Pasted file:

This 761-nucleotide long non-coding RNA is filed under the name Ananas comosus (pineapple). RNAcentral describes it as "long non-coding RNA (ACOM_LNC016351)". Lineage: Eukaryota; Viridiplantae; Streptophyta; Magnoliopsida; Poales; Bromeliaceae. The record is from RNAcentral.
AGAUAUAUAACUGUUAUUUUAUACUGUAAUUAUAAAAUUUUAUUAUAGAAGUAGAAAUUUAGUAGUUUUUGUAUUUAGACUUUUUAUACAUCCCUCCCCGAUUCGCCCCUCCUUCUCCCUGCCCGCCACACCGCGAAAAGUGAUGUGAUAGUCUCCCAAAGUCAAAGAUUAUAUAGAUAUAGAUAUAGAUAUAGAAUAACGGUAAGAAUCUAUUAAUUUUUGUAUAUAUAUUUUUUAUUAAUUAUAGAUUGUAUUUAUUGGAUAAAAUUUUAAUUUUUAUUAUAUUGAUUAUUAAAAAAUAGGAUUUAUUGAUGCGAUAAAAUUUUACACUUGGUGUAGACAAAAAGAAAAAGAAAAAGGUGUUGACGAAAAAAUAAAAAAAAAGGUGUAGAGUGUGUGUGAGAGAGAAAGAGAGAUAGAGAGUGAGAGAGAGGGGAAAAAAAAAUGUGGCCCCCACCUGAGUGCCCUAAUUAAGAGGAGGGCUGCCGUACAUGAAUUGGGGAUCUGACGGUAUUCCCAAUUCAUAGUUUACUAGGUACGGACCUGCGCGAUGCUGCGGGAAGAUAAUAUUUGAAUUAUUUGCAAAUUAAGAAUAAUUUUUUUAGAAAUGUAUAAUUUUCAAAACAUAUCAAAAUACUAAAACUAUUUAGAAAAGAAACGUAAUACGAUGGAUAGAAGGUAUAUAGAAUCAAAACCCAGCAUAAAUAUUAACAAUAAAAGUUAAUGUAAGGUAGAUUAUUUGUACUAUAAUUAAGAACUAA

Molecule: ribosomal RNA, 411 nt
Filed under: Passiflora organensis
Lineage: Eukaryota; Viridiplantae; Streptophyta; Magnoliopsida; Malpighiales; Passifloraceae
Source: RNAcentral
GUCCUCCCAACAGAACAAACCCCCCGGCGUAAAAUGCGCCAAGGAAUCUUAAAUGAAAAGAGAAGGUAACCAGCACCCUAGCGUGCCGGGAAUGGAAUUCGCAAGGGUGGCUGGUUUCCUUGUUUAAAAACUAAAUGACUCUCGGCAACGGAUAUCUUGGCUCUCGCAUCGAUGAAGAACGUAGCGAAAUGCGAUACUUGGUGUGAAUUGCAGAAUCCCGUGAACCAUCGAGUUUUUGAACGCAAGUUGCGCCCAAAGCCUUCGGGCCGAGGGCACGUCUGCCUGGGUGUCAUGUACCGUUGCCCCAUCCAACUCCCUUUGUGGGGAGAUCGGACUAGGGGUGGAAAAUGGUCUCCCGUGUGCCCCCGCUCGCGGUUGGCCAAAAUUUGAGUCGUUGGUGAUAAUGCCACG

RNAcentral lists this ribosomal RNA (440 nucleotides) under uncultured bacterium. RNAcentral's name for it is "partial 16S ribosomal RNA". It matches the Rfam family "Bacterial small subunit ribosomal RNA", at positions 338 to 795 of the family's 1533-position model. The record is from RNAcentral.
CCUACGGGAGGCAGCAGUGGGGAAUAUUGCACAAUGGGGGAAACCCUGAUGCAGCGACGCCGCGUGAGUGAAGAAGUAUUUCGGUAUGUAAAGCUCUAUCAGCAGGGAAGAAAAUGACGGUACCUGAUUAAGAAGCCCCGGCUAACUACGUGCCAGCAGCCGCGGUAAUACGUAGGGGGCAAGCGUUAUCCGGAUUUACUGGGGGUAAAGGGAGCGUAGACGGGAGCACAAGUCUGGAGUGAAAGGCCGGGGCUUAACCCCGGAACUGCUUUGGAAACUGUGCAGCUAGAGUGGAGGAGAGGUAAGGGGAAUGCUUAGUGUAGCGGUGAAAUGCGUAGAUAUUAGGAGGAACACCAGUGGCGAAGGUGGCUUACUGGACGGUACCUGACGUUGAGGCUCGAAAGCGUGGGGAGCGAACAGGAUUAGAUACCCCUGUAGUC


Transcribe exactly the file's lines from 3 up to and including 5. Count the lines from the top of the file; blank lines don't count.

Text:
Molecule: ribosomal RNA, 411 nt
Filed under: Passiflora organensis
Lineage: Eukaryota; Viridiplantae; Streptophyta; Magnoliopsida; Malpighiales; Passifloraceae